Describe a typical day?

On a good day it’ll start outdoors, followed by a huuuuge trim latte, preferably in a bowl.  Finishing with a Deisen Shiraz from South Australia would be a lucky, not a typical day – a bog-standard Riesling would be more normal.
In between, the only standard is constant interaction with people – internal customers, suppliers, and staff. Interacting with colleagues from other organisations with familiar dilemmas, and sharing and learning from their thinking, successes and mistakes is always a bonus.

When clients come to you, what business problems do you commonly hear?

Is technology always the answer? Z’s customers are every person in NZ – and small and large businesses. 
Technology is an inextricable part of solving what matters to our customers – and that’s more and more the case.  Very little transport fuel (or core business) gets delivered without the assistance of information and communications technology of some kind – think of onboard POS systems delivering deep into the NZ forest, or Jo Bloggs rocking up at the local Z service station and paying at the pump or instore – digital services are integral.Bottom line, though, business problems are created and solved by people (sometimes using technology).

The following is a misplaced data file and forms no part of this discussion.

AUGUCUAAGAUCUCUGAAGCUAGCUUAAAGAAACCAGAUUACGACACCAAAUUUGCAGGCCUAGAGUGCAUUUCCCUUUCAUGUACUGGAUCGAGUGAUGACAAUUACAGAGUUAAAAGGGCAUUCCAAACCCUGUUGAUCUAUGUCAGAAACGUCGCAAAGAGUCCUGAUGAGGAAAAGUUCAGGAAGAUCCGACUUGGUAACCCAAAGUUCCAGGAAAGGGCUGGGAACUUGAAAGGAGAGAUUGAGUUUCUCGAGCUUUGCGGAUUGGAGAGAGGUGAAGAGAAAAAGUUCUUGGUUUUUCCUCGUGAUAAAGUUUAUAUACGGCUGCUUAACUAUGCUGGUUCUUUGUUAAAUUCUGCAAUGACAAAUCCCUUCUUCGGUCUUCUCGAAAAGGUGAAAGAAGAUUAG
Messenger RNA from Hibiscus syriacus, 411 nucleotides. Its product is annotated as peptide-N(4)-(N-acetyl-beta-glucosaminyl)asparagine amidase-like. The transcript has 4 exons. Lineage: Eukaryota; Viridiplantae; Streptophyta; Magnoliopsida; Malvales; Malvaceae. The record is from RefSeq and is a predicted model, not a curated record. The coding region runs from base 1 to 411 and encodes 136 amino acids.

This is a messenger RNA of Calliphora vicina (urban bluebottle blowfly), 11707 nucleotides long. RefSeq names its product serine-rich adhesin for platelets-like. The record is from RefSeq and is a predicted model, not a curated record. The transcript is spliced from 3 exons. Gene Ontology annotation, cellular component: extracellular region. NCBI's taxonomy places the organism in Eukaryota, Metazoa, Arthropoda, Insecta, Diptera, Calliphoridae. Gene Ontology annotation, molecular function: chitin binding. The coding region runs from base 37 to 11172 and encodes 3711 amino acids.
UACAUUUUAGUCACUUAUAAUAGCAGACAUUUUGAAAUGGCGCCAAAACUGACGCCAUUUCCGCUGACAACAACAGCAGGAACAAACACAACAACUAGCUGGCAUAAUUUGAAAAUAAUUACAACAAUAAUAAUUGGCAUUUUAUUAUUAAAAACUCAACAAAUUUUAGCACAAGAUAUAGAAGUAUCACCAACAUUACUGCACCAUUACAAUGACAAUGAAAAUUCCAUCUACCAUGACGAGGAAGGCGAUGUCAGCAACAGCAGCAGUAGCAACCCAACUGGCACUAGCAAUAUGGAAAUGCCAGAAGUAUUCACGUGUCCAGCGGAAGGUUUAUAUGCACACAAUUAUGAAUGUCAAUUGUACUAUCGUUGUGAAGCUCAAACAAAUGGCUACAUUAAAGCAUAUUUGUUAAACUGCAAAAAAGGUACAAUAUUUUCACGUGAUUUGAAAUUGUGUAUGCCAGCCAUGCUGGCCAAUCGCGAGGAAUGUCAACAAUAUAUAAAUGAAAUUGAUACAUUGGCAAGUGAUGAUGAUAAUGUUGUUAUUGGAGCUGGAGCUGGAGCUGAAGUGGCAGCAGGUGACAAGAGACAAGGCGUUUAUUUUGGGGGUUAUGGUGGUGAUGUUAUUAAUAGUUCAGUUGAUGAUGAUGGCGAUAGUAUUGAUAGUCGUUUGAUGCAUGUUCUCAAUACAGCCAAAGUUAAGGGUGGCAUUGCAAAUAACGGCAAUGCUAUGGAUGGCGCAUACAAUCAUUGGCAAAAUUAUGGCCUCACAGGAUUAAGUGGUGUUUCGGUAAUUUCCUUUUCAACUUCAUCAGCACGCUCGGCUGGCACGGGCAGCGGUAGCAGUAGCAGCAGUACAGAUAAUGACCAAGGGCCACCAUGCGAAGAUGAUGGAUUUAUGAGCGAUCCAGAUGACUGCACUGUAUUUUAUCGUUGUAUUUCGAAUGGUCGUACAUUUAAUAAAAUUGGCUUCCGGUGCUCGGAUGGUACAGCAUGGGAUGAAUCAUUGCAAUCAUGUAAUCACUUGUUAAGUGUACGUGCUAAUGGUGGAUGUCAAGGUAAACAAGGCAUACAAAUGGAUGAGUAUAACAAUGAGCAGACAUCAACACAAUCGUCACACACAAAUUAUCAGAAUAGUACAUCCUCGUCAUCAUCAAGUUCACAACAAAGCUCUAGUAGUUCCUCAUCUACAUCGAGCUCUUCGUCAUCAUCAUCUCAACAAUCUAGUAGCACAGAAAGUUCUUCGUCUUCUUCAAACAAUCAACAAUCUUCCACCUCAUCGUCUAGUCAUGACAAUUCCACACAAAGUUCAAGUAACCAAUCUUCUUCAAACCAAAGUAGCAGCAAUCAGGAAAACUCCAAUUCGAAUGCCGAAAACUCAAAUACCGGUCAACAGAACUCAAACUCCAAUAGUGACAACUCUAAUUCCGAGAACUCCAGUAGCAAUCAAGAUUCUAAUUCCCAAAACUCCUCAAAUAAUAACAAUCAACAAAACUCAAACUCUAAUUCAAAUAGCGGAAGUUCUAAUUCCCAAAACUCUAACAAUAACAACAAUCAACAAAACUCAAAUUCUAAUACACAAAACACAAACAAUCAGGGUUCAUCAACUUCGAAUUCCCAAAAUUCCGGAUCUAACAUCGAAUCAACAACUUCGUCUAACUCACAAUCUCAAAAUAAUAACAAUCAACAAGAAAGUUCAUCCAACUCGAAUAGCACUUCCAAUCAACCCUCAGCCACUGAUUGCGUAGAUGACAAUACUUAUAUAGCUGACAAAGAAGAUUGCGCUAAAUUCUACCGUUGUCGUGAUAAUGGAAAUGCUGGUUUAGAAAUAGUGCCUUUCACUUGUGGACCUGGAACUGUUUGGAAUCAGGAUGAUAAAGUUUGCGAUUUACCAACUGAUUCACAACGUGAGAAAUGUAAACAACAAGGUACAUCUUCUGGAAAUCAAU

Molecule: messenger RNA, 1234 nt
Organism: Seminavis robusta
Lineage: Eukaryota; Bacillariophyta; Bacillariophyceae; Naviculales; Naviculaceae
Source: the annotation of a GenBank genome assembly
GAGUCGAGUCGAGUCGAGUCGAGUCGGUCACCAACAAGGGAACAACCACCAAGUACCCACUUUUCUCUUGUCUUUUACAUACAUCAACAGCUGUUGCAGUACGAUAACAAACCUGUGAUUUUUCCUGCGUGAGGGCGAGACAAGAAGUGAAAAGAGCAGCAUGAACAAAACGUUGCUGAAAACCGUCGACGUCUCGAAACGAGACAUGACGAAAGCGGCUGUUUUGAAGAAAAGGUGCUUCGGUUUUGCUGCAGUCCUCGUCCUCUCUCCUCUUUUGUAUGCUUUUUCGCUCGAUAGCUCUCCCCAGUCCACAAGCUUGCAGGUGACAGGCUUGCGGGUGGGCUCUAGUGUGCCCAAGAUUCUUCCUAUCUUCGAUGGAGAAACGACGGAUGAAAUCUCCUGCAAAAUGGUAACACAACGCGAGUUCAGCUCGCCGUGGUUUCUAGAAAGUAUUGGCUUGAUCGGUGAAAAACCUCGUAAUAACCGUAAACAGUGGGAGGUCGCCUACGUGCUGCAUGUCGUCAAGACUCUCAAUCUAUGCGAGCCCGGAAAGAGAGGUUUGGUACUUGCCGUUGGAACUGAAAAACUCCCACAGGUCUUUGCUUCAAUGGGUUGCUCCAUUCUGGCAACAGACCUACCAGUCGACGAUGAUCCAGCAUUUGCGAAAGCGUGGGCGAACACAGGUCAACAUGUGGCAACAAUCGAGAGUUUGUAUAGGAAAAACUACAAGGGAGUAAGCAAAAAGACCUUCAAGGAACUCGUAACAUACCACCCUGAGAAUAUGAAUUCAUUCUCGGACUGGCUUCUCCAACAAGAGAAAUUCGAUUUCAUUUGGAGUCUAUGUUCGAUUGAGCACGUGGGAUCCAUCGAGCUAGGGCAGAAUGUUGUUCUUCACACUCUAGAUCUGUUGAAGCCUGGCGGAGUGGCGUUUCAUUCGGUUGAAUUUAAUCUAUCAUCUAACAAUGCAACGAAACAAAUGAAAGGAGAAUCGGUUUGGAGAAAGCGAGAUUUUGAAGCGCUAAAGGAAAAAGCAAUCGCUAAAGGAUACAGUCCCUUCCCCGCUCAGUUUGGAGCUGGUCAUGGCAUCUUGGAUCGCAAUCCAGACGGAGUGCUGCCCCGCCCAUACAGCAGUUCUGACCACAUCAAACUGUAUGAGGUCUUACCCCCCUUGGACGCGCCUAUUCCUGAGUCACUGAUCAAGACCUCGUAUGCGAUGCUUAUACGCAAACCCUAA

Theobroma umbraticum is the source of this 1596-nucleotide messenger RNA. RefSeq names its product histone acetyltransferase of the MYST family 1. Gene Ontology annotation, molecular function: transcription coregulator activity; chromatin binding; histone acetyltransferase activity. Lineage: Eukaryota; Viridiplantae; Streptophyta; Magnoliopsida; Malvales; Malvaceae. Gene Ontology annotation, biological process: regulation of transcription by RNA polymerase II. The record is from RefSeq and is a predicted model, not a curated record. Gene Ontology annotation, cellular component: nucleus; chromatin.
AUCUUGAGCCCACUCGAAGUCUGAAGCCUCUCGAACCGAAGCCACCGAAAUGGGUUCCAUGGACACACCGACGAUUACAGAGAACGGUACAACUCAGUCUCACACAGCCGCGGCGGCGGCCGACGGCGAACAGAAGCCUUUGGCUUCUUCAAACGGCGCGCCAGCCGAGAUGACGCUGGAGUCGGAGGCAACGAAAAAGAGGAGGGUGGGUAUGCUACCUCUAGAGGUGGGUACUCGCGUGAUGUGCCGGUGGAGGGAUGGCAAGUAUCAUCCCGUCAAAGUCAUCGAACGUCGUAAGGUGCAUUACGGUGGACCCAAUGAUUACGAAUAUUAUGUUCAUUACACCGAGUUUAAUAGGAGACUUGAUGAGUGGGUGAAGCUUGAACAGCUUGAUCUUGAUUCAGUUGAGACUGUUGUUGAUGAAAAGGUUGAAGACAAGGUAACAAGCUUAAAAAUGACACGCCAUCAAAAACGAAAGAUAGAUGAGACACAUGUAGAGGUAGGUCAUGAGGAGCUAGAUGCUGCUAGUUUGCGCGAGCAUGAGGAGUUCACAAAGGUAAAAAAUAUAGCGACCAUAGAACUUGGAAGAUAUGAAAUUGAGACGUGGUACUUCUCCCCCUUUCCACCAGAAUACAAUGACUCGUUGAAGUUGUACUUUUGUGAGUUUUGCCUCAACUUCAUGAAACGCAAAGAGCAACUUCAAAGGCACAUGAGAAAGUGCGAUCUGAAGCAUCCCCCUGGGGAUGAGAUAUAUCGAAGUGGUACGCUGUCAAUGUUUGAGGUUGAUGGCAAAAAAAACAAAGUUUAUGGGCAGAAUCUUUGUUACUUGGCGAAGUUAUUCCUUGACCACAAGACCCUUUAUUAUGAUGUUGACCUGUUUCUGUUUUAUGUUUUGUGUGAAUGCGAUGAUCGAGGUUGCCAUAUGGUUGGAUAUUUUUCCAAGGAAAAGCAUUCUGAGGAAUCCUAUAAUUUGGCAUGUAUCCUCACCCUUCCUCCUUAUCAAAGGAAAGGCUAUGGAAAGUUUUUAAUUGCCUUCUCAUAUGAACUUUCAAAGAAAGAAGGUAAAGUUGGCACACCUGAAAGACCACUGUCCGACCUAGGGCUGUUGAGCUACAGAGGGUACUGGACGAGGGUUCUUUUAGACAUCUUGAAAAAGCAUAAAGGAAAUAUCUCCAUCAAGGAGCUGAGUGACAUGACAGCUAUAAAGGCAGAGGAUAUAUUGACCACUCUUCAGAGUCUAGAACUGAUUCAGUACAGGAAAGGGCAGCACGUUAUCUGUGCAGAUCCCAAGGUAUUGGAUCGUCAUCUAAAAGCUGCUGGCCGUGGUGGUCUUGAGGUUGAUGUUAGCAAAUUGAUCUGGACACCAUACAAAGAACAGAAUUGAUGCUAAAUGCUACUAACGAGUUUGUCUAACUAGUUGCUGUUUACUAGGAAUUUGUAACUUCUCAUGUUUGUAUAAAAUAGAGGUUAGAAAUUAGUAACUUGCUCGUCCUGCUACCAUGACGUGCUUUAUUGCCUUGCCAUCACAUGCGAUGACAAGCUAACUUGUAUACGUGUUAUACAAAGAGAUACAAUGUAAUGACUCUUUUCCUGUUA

You have worked in a few different countries over your career, how does the maturity of the New Zealand Tech space stack up?

NZ is full of people who are ultra talented with No 8 fencing wire.  We sometimes struggle to manage our creativity for business benefit – and yet our long term future depends on getting better at this. 
NZ isn’t an isolated ghetto any more – world’s best practice is available, we’re excellent at taking a good idea and running with it, something that seems key to New Zealand’s economic success.

The tech industry is notorious for the lack of women across all levels. What's stopping women from exploring a career in IT?


What's your advice to women who are interested in an IT career?

JFDI.  Really.  See above.  I’d have the same advice to anyone – what’s it you want?  Make it happen.

Apart from your day job, what other interesting projects are you working on?

Getting a new place sorted – including figuring out how to get my daughters’ poems displayed as canvases on the wall. Getting a finger crushed in an automatic door earlier this year functioning again through an operation or few and some entertaining rehabilitation.  I’m a musician, so this project really matters.

Favourite local food?

Charley Noble in Wellington’s a good fun place and 20 steps away from Z. Pandoro bowl lattes after a good long walk set me up well for the day.

My own attempts at dinner can also be at least ok (though I have a tough crowd to please)

Favourite place to travel?

NY for the first time last year blew me right away – I love the constant energy, though imagine it might get exhausting eventually.

What is that burning question within Strategy and Architecture you’ve always wanted to ask your peers?

Why don’t we articulate the business value of our work more clearly?